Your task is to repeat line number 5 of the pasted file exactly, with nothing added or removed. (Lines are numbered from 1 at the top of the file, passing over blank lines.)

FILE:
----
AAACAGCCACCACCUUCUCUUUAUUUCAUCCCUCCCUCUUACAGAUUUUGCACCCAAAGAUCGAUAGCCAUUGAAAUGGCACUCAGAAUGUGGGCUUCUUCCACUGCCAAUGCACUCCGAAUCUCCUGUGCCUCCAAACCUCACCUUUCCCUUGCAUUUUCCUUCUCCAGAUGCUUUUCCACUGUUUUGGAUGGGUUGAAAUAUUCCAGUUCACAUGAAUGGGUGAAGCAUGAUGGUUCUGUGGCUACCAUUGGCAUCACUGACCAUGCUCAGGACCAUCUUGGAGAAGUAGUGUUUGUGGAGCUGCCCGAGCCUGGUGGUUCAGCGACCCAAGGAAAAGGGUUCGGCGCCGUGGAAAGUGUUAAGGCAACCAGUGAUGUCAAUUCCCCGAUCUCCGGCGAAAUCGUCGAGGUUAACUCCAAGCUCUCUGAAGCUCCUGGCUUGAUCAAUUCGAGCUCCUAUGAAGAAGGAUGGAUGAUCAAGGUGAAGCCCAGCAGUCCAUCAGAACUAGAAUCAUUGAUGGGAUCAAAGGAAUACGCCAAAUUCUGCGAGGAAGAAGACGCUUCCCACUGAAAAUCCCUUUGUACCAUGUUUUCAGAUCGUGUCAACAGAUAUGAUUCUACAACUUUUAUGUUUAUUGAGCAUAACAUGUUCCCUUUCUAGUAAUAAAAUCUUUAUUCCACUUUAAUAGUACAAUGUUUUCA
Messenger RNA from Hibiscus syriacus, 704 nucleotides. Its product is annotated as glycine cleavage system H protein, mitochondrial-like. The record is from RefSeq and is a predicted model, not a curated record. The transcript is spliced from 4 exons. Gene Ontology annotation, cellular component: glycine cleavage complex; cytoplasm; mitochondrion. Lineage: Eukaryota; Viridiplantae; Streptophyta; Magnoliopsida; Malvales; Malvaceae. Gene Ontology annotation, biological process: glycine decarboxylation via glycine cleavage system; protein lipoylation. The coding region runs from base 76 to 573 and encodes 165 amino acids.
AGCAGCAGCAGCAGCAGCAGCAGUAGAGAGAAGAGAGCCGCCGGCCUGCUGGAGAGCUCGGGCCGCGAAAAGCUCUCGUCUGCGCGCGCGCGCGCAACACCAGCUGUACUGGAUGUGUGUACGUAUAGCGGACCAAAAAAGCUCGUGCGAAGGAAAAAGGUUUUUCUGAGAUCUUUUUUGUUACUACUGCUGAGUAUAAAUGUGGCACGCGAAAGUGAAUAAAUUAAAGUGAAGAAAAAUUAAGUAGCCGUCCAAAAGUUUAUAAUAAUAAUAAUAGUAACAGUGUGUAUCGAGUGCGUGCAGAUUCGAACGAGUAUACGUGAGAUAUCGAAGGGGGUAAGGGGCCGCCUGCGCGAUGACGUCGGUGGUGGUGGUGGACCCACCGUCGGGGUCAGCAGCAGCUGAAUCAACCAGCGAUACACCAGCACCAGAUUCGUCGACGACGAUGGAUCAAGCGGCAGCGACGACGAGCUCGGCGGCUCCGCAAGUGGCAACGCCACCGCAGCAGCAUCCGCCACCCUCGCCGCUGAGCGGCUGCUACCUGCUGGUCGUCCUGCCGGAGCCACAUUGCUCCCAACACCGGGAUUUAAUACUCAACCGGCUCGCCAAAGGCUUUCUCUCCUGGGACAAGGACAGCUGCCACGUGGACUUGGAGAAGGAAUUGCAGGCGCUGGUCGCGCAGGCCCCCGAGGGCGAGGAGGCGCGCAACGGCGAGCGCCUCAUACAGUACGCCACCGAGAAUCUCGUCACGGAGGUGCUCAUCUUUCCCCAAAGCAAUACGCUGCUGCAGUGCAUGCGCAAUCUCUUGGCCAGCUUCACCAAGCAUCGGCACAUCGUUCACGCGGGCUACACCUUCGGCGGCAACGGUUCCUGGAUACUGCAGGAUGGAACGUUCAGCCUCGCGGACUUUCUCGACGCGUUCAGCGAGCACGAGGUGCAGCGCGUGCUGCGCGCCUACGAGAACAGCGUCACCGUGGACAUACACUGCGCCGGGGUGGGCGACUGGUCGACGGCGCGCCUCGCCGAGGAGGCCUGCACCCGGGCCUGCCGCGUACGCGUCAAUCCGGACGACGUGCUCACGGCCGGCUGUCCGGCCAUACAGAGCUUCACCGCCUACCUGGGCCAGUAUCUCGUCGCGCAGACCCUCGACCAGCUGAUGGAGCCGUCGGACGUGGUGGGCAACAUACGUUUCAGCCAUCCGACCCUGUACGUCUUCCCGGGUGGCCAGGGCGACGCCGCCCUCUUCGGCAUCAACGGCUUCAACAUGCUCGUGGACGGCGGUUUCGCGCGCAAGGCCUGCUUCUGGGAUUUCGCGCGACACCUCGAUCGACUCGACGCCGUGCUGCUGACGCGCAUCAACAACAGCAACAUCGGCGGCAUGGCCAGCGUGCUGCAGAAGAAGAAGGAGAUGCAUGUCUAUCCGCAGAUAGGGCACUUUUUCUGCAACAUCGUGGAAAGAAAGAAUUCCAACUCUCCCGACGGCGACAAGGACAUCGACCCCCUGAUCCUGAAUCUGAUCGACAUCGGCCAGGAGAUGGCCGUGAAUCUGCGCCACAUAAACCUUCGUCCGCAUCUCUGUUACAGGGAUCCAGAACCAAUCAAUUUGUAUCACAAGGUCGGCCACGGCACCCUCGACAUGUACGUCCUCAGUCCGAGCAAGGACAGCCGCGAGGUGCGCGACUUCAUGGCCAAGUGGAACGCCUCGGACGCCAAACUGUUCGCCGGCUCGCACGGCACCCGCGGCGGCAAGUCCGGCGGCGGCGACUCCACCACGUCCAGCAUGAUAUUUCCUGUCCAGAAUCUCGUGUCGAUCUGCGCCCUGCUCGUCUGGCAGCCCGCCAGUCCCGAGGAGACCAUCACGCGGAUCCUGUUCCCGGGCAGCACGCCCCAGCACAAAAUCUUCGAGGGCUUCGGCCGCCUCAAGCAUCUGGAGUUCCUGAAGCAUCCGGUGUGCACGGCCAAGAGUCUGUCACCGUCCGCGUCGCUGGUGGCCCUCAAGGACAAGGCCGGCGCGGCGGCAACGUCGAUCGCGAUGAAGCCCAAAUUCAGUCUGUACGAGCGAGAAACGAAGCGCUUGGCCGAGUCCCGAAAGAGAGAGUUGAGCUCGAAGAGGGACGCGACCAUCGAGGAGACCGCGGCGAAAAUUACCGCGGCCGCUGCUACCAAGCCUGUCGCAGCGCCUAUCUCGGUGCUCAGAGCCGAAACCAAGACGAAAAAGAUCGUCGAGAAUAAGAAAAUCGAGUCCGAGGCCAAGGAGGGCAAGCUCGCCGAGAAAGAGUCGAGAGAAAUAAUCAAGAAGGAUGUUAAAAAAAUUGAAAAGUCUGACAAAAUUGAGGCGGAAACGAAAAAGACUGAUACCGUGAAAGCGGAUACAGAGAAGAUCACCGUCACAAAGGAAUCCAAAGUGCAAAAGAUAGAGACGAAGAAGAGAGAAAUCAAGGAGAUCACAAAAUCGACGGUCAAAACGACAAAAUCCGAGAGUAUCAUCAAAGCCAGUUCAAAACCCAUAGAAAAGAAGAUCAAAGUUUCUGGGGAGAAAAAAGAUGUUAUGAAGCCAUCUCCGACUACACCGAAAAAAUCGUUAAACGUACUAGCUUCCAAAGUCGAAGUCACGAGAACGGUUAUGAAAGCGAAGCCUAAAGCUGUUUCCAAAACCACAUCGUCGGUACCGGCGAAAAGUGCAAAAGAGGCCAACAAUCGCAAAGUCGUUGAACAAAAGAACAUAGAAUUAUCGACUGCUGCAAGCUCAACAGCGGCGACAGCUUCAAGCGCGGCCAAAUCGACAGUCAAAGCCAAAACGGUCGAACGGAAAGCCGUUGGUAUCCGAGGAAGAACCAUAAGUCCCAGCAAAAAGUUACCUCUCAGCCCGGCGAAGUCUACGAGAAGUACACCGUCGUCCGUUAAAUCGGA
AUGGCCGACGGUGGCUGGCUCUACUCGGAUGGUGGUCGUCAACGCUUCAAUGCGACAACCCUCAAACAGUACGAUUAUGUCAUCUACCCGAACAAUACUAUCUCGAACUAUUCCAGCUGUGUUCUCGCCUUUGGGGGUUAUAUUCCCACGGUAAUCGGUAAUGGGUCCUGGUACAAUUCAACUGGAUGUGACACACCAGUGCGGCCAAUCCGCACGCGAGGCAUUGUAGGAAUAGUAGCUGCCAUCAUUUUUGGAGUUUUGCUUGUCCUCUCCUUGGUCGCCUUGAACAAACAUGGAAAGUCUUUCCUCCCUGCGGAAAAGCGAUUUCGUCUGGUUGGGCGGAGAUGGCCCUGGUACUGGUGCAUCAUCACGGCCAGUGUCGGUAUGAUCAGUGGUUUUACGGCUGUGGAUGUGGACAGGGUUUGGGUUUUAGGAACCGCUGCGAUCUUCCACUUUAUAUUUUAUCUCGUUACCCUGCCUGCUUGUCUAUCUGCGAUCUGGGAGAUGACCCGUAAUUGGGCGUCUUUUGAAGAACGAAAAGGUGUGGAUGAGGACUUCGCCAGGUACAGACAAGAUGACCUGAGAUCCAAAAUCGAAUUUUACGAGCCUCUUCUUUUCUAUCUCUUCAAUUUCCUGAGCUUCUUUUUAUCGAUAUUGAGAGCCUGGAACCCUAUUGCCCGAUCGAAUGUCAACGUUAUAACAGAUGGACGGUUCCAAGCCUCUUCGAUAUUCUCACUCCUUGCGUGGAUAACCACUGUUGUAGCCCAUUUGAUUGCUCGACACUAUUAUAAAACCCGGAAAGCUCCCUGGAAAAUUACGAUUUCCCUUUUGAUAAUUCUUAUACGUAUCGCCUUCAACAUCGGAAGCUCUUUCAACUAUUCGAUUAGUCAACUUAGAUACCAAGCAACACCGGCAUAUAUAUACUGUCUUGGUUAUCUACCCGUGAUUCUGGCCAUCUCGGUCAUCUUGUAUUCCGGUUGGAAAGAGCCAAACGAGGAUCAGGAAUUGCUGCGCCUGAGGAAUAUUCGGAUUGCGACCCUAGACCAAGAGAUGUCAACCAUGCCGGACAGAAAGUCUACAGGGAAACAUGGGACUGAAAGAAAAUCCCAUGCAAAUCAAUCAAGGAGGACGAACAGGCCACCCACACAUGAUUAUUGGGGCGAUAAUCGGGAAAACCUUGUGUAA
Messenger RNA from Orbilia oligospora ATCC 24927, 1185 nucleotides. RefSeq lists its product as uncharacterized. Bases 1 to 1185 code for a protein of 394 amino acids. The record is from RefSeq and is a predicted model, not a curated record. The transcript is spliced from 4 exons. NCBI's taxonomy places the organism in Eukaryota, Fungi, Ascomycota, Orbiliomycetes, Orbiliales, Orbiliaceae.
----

Messenger RNA from Orbilia oligospora ATCC 24927, 1185 nucleotides. RefSeq lists its product as uncharacterized. Bases 1 to 1185 code for a protein of 394 amino acids. The record is from RefSeq and is a predicted model, not a curated record. The transcript is spliced from 4 exons. NCBI's taxonomy places the organism in Eukaryota, Fungi, Ascomycota, Orbiliomycetes, Orbiliales, Orbiliaceae.